Teleworking might be a great fit if you have the right type of work-style and work in the right type of position. To see if you are a good candidate for teleworking, start by evaluating yourself and your current job description to see if your personality and position are a good match for teleworking. Employees that are most successful in telework programs are usually:

  • Social: Employees that tend to talk with coworkers in the office can get more work done when in a less distracting, uninterrupted environment.
  • Well trained: Employees need to be confident in the ability to complete assigned duties and projects.
  • Work independently: Employees that manage their time and work plan well in an office setting can usually do the same in a home or remote office.

Want some reassurance about telework's suitability for your situation? Click here to use the Telework Eligibility Gizmo.

I know it will work. Help me make the case to my employer.

Offering a telework option can help your employer by attracting top talent, saving money, improving productivity, and more, but remember, if your company doesn't already offer this benefit, it means creating more work for your supervisor as they develop the policy. Treat your plan as you would any other business proposal and make sure you've done your homework.

When drafting your plan, keep these things in mind: (Source)

  • A schedule: Determine which days of the week you would like to telework. Take a few weeks to track your appointments out of the office and determine the most convenient day for your company for you to be physically “out of the office."
  • An equipment and workspace agreement: Will you provide your own equipment at home? Will you commit to dedicating a room or space apart from the rest of your home as an official workspace? Who will pay for your internet connection and software? 
  • Accessibility: How do you propose to be accessible to your boss and coworkers during work hours when you aren’t physically present? Can you be reached by cell phone? Will you use an instant messaging service to communicate with coworkers? Is email an effective tool for your situation?
  • Connectivity: How will you be connected to the office while teleworking? Will you share files between your home computer and your office? Do you have access to your company’s LAN (local area network) at home? If not, can you get it? Will you transfer files via email or on disk?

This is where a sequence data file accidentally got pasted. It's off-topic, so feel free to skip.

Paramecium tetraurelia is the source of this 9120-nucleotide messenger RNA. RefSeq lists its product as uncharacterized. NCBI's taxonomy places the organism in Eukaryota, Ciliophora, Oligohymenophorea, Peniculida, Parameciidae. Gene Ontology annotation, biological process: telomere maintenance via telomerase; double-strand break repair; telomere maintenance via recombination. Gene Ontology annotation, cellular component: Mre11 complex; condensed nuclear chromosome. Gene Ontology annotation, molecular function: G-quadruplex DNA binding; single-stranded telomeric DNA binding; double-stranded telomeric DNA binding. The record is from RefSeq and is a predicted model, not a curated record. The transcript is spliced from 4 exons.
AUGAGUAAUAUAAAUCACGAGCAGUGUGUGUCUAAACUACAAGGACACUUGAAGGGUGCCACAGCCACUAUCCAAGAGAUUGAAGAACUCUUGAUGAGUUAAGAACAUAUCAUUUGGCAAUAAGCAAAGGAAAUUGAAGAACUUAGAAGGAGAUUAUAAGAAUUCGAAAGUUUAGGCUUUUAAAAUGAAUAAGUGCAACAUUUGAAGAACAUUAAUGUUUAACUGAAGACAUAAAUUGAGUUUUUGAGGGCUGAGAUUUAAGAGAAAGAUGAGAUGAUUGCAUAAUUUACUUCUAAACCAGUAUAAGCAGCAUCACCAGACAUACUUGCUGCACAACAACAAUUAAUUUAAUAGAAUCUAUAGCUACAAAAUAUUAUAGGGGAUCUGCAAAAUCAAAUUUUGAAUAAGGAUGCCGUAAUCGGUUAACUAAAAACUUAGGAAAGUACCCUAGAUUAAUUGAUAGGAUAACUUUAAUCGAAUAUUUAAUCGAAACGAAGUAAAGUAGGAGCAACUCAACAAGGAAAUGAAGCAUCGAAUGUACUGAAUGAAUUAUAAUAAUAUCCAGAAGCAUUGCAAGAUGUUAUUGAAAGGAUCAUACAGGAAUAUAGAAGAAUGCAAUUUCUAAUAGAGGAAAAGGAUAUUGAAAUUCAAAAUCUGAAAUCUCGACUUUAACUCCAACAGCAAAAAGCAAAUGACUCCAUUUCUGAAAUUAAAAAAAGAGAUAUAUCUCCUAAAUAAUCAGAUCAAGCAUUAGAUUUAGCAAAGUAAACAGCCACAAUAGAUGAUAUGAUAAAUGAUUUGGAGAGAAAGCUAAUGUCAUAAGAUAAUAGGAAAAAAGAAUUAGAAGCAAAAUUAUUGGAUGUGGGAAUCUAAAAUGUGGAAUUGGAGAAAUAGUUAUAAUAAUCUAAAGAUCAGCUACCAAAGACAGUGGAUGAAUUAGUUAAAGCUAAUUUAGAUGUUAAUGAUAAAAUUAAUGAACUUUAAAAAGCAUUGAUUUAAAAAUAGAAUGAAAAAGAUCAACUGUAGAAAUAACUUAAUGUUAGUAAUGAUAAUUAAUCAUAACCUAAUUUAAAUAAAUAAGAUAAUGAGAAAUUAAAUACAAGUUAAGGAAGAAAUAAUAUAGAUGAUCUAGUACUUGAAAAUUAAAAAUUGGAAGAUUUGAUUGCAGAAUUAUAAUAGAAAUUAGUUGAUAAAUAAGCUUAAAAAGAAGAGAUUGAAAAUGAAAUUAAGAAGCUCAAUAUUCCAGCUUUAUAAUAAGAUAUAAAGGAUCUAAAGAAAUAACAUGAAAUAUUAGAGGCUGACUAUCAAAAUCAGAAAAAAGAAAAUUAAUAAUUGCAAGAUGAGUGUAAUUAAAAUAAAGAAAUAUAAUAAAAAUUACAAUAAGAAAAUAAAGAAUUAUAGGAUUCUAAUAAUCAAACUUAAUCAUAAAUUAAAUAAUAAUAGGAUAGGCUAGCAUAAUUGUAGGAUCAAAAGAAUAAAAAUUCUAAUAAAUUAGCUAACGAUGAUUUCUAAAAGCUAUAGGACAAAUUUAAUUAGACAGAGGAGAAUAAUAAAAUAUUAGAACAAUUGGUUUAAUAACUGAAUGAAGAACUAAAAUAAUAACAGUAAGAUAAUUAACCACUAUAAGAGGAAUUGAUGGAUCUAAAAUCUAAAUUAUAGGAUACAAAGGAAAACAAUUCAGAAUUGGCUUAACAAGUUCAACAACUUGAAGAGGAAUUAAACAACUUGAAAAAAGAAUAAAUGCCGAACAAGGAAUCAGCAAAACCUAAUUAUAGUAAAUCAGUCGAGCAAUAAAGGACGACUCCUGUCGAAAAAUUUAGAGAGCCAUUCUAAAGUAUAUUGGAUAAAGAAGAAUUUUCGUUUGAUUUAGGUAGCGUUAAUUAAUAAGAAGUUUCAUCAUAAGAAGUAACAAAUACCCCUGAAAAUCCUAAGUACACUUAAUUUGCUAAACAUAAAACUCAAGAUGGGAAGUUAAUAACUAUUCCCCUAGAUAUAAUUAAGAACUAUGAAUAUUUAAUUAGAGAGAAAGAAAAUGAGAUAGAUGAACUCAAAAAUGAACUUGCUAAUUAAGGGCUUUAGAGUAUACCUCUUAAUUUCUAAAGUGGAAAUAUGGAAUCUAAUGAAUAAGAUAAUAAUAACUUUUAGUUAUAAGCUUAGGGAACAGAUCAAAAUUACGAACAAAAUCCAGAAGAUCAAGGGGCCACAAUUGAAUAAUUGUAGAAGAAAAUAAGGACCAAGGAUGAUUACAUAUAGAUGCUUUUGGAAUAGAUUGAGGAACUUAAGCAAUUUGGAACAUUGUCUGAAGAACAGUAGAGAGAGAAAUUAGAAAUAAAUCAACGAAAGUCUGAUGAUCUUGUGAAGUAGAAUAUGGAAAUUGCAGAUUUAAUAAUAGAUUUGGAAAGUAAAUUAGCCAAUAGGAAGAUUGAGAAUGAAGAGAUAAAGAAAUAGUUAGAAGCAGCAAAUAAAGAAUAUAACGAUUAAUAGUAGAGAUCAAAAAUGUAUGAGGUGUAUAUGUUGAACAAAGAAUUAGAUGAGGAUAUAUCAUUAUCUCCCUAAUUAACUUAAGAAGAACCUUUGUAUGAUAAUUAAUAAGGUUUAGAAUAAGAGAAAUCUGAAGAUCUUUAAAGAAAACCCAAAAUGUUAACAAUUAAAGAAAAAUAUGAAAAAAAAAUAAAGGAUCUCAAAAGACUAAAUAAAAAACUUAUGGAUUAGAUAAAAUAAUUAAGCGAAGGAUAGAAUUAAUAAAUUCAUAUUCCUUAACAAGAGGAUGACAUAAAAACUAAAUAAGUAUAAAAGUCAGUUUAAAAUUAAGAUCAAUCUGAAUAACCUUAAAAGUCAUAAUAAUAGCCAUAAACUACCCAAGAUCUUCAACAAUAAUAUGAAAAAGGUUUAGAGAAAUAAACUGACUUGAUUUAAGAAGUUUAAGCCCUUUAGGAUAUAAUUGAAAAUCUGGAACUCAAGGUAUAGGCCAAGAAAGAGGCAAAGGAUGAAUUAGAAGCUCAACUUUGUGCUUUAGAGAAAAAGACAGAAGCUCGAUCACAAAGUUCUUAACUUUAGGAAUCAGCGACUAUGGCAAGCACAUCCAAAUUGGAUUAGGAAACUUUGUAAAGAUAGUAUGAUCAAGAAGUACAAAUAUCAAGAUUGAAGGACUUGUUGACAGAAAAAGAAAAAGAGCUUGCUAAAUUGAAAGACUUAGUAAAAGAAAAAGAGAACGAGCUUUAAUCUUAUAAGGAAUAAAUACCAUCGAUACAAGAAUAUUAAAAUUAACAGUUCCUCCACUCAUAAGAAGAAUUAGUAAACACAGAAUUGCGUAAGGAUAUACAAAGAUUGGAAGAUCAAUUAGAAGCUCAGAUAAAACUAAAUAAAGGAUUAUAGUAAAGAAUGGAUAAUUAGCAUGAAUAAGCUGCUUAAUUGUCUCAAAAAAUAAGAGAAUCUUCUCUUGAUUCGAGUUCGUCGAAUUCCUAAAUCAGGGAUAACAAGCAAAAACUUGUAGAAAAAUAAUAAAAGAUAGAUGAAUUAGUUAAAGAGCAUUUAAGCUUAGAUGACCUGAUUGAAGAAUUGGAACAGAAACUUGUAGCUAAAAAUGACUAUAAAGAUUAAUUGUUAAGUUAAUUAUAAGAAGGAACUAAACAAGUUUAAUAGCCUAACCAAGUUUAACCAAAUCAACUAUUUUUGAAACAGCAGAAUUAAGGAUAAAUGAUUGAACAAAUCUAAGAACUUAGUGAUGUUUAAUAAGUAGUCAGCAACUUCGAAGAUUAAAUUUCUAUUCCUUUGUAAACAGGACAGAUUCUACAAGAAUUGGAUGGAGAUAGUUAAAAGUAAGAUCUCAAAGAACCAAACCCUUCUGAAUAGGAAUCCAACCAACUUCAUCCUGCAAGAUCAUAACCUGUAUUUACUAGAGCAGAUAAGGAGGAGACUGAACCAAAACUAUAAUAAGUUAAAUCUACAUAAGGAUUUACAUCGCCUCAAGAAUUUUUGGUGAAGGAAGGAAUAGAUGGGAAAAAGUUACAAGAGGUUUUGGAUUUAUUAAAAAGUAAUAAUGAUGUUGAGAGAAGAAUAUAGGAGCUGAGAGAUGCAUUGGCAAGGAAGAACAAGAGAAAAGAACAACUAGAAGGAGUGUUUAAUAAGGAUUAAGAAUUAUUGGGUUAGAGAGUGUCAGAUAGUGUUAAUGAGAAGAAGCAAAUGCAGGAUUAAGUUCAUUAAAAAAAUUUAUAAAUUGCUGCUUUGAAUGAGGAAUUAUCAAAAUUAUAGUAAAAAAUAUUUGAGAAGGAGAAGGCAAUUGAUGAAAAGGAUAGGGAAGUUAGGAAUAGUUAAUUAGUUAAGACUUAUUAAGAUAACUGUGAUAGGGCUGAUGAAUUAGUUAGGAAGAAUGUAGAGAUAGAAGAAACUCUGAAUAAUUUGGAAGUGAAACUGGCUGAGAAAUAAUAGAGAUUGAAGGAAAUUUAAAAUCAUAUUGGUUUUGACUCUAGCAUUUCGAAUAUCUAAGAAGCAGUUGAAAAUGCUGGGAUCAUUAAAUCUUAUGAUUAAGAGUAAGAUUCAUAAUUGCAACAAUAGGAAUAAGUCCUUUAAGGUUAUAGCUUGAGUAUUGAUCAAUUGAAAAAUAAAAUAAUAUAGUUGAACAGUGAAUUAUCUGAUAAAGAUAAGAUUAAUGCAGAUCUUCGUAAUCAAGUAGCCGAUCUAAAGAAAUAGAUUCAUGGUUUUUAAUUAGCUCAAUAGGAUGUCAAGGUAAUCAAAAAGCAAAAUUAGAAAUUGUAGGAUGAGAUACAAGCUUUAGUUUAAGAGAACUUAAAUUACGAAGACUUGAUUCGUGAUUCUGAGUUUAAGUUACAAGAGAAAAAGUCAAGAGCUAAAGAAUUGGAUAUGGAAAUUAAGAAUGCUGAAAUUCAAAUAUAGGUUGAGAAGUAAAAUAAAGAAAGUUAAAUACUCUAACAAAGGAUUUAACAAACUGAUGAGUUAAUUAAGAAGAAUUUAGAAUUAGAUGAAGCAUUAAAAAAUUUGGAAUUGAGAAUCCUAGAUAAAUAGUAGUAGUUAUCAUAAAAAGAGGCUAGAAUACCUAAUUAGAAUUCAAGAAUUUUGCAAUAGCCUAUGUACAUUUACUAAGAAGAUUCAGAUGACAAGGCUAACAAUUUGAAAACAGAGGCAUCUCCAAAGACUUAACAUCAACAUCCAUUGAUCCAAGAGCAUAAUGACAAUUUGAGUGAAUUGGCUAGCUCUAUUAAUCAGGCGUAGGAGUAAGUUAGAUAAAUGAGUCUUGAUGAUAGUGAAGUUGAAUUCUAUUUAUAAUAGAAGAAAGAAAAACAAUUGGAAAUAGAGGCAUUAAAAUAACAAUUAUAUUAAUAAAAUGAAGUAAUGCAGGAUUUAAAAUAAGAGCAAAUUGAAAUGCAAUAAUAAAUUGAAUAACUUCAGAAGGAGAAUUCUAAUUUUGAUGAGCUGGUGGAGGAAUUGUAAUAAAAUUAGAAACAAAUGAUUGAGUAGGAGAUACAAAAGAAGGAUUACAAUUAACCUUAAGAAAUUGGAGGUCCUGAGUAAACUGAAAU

• Work Description: Tell your boss what kinds of work you expect to be able to do while teleworking at home. Will you save your writing projects for telework days? Do you have projects that require concentration for long periods? How will you keep yourself busy and productive while you are teleworking? 
  • Dependent Care: If you have children or seniors you care for, most telework experts advise against using telework as a substitute for any type of dependent care. Let your employer know what care arrangements you will have on your teleworking days.
  • Reporting: Tell your boss how you propose to be accountable for the work you do on your teleworking days. Offer to create a weekly log outlining tasks you expect to complete on your day or days away from the office. At the end of your telework day, record on the log what you were able to complete and other tasks you did during the day.

Free Telework Program Development Training & Breakfast

We had a successful telework training and panel discussion! Click here to see the presentation.

Read more about national telework resources and case studies of programs, strategies and guidelines for evaluating if telework is right for your organization: 

Click here to see more examples of case studies with local companies.

Alternative Work Schedules

Alternative work schedules (also known as variable work hours) include flextime or compressed work weeks. Flextime is when employees work specified hours each week, but are given flexibility on when they arrive to work, take lunch and leave work. Compressed work weeks are when employees work more hours than typical but work fewer days per week or pay period.

By driving during off-peak times, you can avoid sitting in traffic, and emitting vehicle pollution from idling and get to work a whole lot faster. Some example schedules include:

  • Work 40 hours over four days instead of the usual five, or work 80 hours in two weeks but only work nine  out of 10 days.
  • Set a new schedule to avoid the 7-9 morning rush and the 5-7 evening rush. Maybe try a 10 a.m. to 7 p.m. schedule a couple days a week.